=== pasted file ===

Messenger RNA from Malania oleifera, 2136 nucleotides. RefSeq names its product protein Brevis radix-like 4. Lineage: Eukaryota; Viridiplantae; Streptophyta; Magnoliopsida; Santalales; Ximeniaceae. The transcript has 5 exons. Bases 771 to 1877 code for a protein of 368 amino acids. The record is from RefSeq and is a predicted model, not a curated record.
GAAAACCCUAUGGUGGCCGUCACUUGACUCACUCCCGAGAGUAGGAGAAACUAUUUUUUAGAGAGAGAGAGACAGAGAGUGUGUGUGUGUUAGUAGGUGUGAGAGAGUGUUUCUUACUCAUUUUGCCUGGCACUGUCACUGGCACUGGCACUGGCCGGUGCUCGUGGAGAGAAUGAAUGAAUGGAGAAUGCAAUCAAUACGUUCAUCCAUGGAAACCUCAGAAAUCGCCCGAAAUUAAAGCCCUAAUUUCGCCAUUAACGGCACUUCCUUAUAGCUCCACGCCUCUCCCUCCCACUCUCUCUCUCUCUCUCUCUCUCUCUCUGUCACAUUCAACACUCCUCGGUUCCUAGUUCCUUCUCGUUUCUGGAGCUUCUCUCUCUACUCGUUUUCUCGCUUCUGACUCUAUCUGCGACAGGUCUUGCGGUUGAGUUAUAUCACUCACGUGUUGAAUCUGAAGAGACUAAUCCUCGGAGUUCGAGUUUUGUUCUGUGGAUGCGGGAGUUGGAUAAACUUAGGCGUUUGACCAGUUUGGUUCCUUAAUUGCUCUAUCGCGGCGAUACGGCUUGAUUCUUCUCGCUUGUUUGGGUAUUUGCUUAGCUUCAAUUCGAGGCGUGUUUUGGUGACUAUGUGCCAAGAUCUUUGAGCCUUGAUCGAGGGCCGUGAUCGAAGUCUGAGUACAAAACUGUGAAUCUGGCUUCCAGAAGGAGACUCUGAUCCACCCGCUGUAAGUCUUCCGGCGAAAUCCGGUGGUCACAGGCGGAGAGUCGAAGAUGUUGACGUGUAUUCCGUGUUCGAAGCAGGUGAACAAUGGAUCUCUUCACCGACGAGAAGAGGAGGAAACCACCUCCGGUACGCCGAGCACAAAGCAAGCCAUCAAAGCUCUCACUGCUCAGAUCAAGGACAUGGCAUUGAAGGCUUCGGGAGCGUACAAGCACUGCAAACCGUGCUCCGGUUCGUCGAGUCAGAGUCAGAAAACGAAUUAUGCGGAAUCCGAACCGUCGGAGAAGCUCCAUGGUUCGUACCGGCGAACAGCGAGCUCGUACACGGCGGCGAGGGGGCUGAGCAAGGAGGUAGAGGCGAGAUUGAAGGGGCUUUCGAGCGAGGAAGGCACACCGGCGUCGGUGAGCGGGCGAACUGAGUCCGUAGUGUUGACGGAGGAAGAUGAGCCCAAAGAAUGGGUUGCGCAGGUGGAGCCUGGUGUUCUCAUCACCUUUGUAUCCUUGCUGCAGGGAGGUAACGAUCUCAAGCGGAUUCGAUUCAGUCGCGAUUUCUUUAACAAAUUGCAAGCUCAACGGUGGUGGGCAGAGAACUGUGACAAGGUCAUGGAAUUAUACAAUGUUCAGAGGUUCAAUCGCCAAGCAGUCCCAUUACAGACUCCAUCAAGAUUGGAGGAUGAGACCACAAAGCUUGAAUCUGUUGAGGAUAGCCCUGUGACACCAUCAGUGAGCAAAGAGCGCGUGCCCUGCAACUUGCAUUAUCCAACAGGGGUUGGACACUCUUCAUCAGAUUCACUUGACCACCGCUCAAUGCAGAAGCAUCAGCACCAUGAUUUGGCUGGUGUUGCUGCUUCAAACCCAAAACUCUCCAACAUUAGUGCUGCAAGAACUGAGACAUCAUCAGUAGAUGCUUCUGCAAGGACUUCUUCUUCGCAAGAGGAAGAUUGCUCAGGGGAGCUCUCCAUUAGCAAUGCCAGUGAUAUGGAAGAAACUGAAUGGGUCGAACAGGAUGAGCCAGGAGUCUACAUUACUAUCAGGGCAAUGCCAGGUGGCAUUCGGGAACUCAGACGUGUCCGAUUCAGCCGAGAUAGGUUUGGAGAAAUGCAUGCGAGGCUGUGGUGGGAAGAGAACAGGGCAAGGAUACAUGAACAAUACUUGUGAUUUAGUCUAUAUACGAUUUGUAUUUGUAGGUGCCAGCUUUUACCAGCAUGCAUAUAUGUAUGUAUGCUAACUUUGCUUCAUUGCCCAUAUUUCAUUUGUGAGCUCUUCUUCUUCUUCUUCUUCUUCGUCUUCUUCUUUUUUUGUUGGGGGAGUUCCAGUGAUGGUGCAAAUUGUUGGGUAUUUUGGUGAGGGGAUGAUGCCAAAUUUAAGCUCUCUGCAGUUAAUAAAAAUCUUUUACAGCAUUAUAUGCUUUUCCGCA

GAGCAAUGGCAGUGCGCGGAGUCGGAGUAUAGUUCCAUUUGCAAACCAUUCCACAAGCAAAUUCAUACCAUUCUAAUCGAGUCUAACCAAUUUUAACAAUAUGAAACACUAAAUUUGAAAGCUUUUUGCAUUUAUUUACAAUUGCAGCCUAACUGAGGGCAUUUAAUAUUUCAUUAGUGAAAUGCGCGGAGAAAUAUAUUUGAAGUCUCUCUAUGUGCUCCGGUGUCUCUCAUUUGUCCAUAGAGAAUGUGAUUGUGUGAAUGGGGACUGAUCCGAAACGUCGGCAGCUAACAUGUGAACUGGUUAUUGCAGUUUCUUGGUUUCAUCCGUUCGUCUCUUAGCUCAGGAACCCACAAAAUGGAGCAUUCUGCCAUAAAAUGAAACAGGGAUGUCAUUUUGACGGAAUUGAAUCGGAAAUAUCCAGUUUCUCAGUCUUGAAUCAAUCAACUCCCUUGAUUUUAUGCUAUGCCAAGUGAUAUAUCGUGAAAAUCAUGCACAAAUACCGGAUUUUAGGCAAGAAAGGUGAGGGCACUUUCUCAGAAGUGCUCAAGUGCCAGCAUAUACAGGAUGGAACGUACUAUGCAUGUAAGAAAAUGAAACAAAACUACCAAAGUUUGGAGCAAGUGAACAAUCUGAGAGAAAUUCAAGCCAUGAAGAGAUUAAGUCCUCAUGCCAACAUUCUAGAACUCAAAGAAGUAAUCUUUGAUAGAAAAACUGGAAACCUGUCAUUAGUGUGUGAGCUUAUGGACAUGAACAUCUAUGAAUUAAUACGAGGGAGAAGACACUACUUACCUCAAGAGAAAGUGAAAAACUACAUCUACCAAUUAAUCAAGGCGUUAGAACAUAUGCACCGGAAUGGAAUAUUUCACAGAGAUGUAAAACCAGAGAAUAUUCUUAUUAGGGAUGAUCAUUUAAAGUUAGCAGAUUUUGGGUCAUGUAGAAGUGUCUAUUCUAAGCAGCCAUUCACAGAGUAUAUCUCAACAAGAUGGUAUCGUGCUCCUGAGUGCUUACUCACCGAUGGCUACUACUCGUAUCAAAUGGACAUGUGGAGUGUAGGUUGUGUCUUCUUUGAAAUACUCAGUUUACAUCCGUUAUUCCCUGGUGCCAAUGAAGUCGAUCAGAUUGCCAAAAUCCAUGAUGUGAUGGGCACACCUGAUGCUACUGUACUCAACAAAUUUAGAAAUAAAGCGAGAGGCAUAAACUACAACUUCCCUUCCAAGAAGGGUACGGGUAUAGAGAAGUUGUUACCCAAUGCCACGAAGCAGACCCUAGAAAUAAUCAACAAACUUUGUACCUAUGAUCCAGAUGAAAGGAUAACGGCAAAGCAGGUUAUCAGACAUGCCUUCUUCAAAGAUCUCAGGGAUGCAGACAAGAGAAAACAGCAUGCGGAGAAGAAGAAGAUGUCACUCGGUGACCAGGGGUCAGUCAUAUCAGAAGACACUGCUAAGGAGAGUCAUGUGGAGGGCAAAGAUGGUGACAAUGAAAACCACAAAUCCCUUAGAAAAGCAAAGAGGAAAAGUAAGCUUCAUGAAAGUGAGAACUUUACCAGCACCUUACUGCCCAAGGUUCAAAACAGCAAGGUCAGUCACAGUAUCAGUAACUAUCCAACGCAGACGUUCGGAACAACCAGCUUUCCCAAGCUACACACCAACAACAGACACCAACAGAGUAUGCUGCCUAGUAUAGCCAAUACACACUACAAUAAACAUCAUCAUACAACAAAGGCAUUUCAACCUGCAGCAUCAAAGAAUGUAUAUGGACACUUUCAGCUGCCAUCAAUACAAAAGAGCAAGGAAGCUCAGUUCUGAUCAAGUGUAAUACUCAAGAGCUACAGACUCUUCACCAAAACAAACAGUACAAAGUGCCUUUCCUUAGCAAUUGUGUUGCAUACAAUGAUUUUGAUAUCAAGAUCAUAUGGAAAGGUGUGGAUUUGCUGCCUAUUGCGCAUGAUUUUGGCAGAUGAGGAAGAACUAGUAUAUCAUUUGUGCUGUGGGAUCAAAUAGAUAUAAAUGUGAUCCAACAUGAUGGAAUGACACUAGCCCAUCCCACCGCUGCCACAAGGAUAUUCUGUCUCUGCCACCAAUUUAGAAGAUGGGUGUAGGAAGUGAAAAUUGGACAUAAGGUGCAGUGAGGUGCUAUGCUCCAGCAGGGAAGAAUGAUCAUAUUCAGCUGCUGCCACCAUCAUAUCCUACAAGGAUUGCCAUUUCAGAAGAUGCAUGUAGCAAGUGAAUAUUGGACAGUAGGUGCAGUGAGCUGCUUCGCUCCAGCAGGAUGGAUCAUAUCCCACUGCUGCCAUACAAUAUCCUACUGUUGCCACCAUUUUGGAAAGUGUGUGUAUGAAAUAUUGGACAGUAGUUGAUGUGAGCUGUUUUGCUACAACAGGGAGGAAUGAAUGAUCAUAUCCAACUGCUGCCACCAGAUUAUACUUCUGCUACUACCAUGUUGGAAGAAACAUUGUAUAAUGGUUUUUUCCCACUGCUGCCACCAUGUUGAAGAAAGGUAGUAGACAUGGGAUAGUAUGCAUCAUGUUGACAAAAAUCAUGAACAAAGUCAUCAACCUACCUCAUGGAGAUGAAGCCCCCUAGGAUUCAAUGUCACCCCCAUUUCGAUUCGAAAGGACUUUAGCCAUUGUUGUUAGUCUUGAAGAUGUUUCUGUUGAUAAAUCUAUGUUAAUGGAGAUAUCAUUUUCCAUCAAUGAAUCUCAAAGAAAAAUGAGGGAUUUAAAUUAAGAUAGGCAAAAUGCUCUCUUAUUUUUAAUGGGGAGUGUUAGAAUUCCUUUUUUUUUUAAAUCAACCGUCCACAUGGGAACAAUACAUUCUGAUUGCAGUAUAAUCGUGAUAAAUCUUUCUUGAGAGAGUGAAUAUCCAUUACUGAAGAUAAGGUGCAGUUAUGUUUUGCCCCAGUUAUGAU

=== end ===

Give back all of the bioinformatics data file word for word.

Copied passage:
Messenger RNA from Malania oleifera, 2136 nucleotides. RefSeq names its product protein Brevis radix-like 4. Lineage: Eukaryota; Viridiplantae; Streptophyta; Magnoliopsida; Santalales; Ximeniaceae. The transcript has 5 exons. Bases 771 to 1877 code for a protein of 368 amino acids. The record is from RefSeq and is a predicted model, not a curated record.
GAAAACCCUAUGGUGGCCGUCACUUGACUCACUCCCGAGAGUAGGAGAAACUAUUUUUUAGAGAGAGAGAGACAGAGAGUGUGUGUGUGUUAGUAGGUGUGAGAGAGUGUUUCUUACUCAUUUUGCCUGGCACUGUCACUGGCACUGGCACUGGCCGGUGCUCGUGGAGAGAAUGAAUGAAUGGAGAAUGCAAUCAAUACGUUCAUCCAUGGAAACCUCAGAAAUCGCCCGAAAUUAAAGCCCUAAUUUCGCCAUUAACGGCACUUCCUUAUAGCUCCACGCCUCUCCCUCCCACUCUCUCUCUCUCUCUCUCUCUCUCUCUGUCACAUUCAACACUCCUCGGUUCCUAGUUCCUUCUCGUUUCUGGAGCUUCUCUCUCUACUCGUUUUCUCGCUUCUGACUCUAUCUGCGACAGGUCUUGCGGUUGAGUUAUAUCACUCACGUGUUGAAUCUGAAGAGACUAAUCCUCGGAGUUCGAGUUUUGUUCUGUGGAUGCGGGAGUUGGAUAAACUUAGGCGUUUGACCAGUUUGGUUCCUUAAUUGCUCUAUCGCGGCGAUACGGCUUGAUUCUUCUCGCUUGUUUGGGUAUUUGCUUAGCUUCAAUUCGAGGCGUGUUUUGGUGACUAUGUGCCAAGAUCUUUGAGCCUUGAUCGAGGGCCGUGAUCGAAGUCUGAGUACAAAACUGUGAAUCUGGCUUCCAGAAGGAGACUCUGAUCCACCCGCUGUAAGUCUUCCGGCGAAAUCCGGUGGUCACAGGCGGAGAGUCGAAGAUGUUGACGUGUAUUCCGUGUUCGAAGCAGGUGAACAAUGGAUCUCUUCACCGACGAGAAGAGGAGGAAACCACCUCCGGUACGCCGAGCACAAAGCAAGCCAUCAAAGCUCUCACUGCUCAGAUCAAGGACAUGGCAUUGAAGGCUUCGGGAGCGUACAAGCACUGCAAACCGUGCUCCGGUUCGUCGAGUCAGAGUCAGAAAACGAAUUAUGCGGAAUCCGAACCGUCGGAGAAGCUCCAUGGUUCGUACCGGCGAACAGCGAGCUCGUACACGGCGGCGAGGGGGCUGAGCAAGGAGGUAGAGGCGAGAUUGAAGGGGCUUUCGAGCGAGGAAGGCACACCGGCGUCGGUGAGCGGGCGAACUGAGUCCGUAGUGUUGACGGAGGAAGAUGAGCCCAAAGAAUGGGUUGCGCAGGUGGAGCCUGGUGUUCUCAUCACCUUUGUAUCCUUGCUGCAGGGAGGUAACGAUCUCAAGCGGAUUCGAUUCAGUCGCGAUUUCUUUAACAAAUUGCAAGCUCAACGGUGGUGGGCAGAGAACUGUGACAAGGUCAUGGAAUUAUACAAUGUUCAGAGGUUCAAUCGCCAAGCAGUCCCAUUACAGACUCCAUCAAGAUUGGAGGAUGAGACCACAAAGCUUGAAUCUGUUGAGGAUAGCCCUGUGACACCAUCAGUGAGCAAAGAGCGCGUGCCCUGCAACUUGCAUUAUCCAACAGGGGUUGGACACUCUUCAUCAGAUUCACUUGACCACCGCUCAAUGCAGAAGCAUCAGCACCAUGAUUUGGCUGGUGUUGCUGCUUCAAACCCAAAACUCUCCAACAUUAGUGCUGCAAGAACUGAGACAUCAUCAGUAGAUGCUUCUGCAAGGACUUCUUCUUCGCAAGAGGAAGAUUGCUCAGGGGAGCUCUCCAUUAGCAAUGCCAGUGAUAUGGAAGAAACUGAAUGGGUCGAACAGGAUGAGCCAGGAGUCUACAUUACUAUCAGGGCAAUGCCAGGUGGCAUUCGGGAACUCAGACGUGUCCGAUUCAGCCGAGAUAGGUUUGGAGAAAUGCAUGCGAGGCUGUGGUGGGAAGAGAACAGGGCAAGGAUACAUGAACAAUACUUGUGAUUUAGUCUAUAUACGAUUUGUAUUUGUAGGUGCCAGCUUUUACCAGCAUGCAUAUAUGUAUGUAUGCUAACUUUGCUUCAUUGCCCAUAUUUCAUUUGUGAGCUCUUCUUCUUCUUCUUCUUCUUCGUCUUCUUCUUUUUUUGUUGGGGGAGUUCCAGUGAUGGUGCAAAUUGUUGGGUAUUUUGGUGAGGGGAUGAUGCCAAAUUUAAGCUCUCUGCAGUUAAUAAAAAUCUUUUACAGCAUUAUAUGCUUUUCCGCA

GAGCAAUGGCAGUGCGCGGAGUCGGAGUAUAGUUCCAUUUGCAAACCAUUCCACAAGCAAAUUCAUACCAUUCUAAUCGAGUCUAACCAAUUUUAACAAUAUGAAACACUAAAUUUGAAAGCUUUUUGCAUUUAUUUACAAUUGCAGCCUAACUGAGGGCAUUUAAUAUUUCAUUAGUGAAAUGCGCGGAGAAAUAUAUUUGAAGUCUCUCUAUGUGCUCCGGUGUCUCUCAUUUGUCCAUAGAGAAUGUGAUUGUGUGAAUGGGGACUGAUCCGAAACGUCGGCAGCUAACAUGUGAACUGGUUAUUGCAGUUUCUUGGUUUCAUCCGUUCGUCUCUUAGCUCAGGAACCCACAAAAUGGAGCAUUCUGCCAUAAAAUGAAACAGGGAUGUCAUUUUGACGGAAUUGAAUCGGAAAUAUCCAGUUUCUCAGUCUUGAAUCAAUCAACUCCCUUGAUUUUAUGCUAUGCCAAGUGAUAUAUCGUGAAAAUCAUGCACAAAUACCGGAUUUUAGGCAAGAAAGGUGAGGGCACUUUCUCAGAAGUGCUCAAGUGCCAGCAUAUACAGGAUGGAACGUACUAUGCAUGUAAGAAAAUGAAACAAAACUACCAAAGUUUGGAGCAAGUGAACAAUCUGAGAGAAAUUCAAGCCAUGAAGAGAUUAAGUCCUCAUGCCAACAUUCUAGAACUCAAAGAAGUAAUCUUUGAUAGAAAAACUGGAAACCUGUCAUUAGUGUGUGAGCUUAUGGACAUGAACAUCUAUGAAUUAAUACGAGGGAGAAGACACUACUUACCUCAAGAGAAAGUGAAAAACUACAUCUACCAAUUAAUCAAGGCGUUAGAACAUAUGCACCGGAAUGGAAUAUUUCACAGAGAUGUAAAACCAGAGAAUAUUCUUAUUAGGGAUGAUCAUUUAAAGUUAGCAGAUUUUGGGUCAUGUAGAAGUGUCUAUUCUAAGCAGCCAUUCACAGAGUAUAUCUCAACAAGAUGGUAUCGUGCUCCUGAGUGCUUACUCACCGAUGGCUACUACUCGUAUCAAAUGGACAUGUGGAGUGUAGGUUGUGUCUUCUUUGAAAUACUCAGUUUACAUCCGUUAUUCCCUGGUGCCAAUGAAGUCGAUCAGAUUGCCAAAAUCCAUGAUGUGAUGGGCACACCUGAUGCUACUGUACUCAACAAAUUUAGAAAUAAAGCGAGAGGCAUAAACUACAACUUCCCUUCCAAGAAGGGUACGGGUAUAGAGAAGUUGUUACCCAAUGCCACGAAGCAGACCCUAGAAAUAAUCAACAAACUUUGUACCUAUGAUCCAGAUGAAAGGAUAACGGCAAAGCAGGUUAUCAGACAUGCCUUCUUCAAAGAUCUCAGGGAUGCAGACAAGAGAAAACAGCAUGCGGAGAAGAAGAAGAUGUCACUCGGUGACCAGGGGUCAGUCAUAUCAGAAGACACUGCUAAGGAGAGUCAUGUGGAGGGCAAAGAUGGUGACAAUGAAAACCACAAAUCCCUUAGAAAAGCAAAGAGGAAAAGUAAGCUUCAUGAAAGUGAGAACUUUACCAGCACCUUACUGCCCAAGGUUCAAAACAGCAAGGUCAGUCACAGUAUCAGUAACUAUCCAACGCAGACGUUCGGAACAACCAGCUUUCCCAAGCUACACACCAACAACAGACACCAACAGAGUAUGCUGCCUAGUAUAGCCAAUACACACUACAAUAAACAUCAUCAUACAACAAAGGCAUUUCAACCUGCAGCAUCAAAGAAUGUAUAUGGACACUUUCAGCUGCCAUCAAUACAAAAGAGCAAGGAAGCUCAGUUCUGAUCAAGUGUAAUACUCAAGAGCUACAGACUCUUCACCAAAACAAACAGUACAAAGUGCCUUUCCUUAGCAAUUGUGUUGCAUACAAUGAUUUUGAUAUCAAGAUCAUAUGGAAAGGUGUGGAUUUGCUGCCUAUUGCGCAUGAUUUUGGCAGAUGAGGAAGAACUAGUAUAUCAUUUGUGCUGUGGGAUCAAAUAGAUAUAAAUGUGAUCCAACAUGAUGGAAUGACACUAGCCCAUCCCACCGCUGCCACAAGGAUAUUCUGUCUCUGCCACCAAUUUAGAAGAUGGGUGUAGGAAGUGAAAAUUGGACAUAAGGUGCAGUGAGGUGCUAUGCUCCAGCAGGGAAGAAUGAUCAUAUUCAGCUGCUGCCACCAUCAUAUCCUACAAGGAUUGCCAUUUCAGAAGAUGCAUGUAGCAAGUGAAUAUUGGACAGUAGGUGCAGUGAGCUGCUUCGCUCCAGCAGGAUGGAUCAUAUCCCACUGCUGCCAUACAAUAUCCUACUGUUGCCACCAUUUUGGAAAGUGUGUGUAUGAAAUAUUGGACAGUAGUUGAUGUGAGCUGUUUUGCUACAACAGGGAGGAAUGAAUGAUCAUAUCCAACUGCUGCCACCAGAUUAUACUUCUGCUACUACCAUGUUGGAAGAAACAUUGUAUAAUGGUUUUUUCCCACUGCUGCCACCAUGUUGAAGAAAGGUAGUAGACAUGGGAUAGUAUGCAUCAUGUUGACAAAAAUCAUGAACAAAGUCAUCAACCUACCUCAUGGAGAUGAAGCCCCCUAGGAUUCAAUGUCACCCCCAUUUCGAUUCGAAAGGACUUUAGCCAUUGUUGUUAGUCUUGAAGAUGUUUCUGUUGAUAAAUCUAUGUUAAUGGAGAUAUCAUUUUCCAUCAAUGAAUCUCAAAGAAAAAUGAGGGAUUUAAAUUAAGAUAGGCAAAAUGCUCUCUUAUUUUUAAUGGGGAGUGUUAGAAUUCCUUUUUUUUUUAAAUCAACCGUCCACAUGGGAACAAUACAUUCUGAUUGCAGUAUAAUCGUGAUAAAUCUUUCUUGAGAGAGUGAAUAUCCAUUACUGAAGAUAAGGUGCAGUUAUGUUUUGCCCCAGUUAUGAU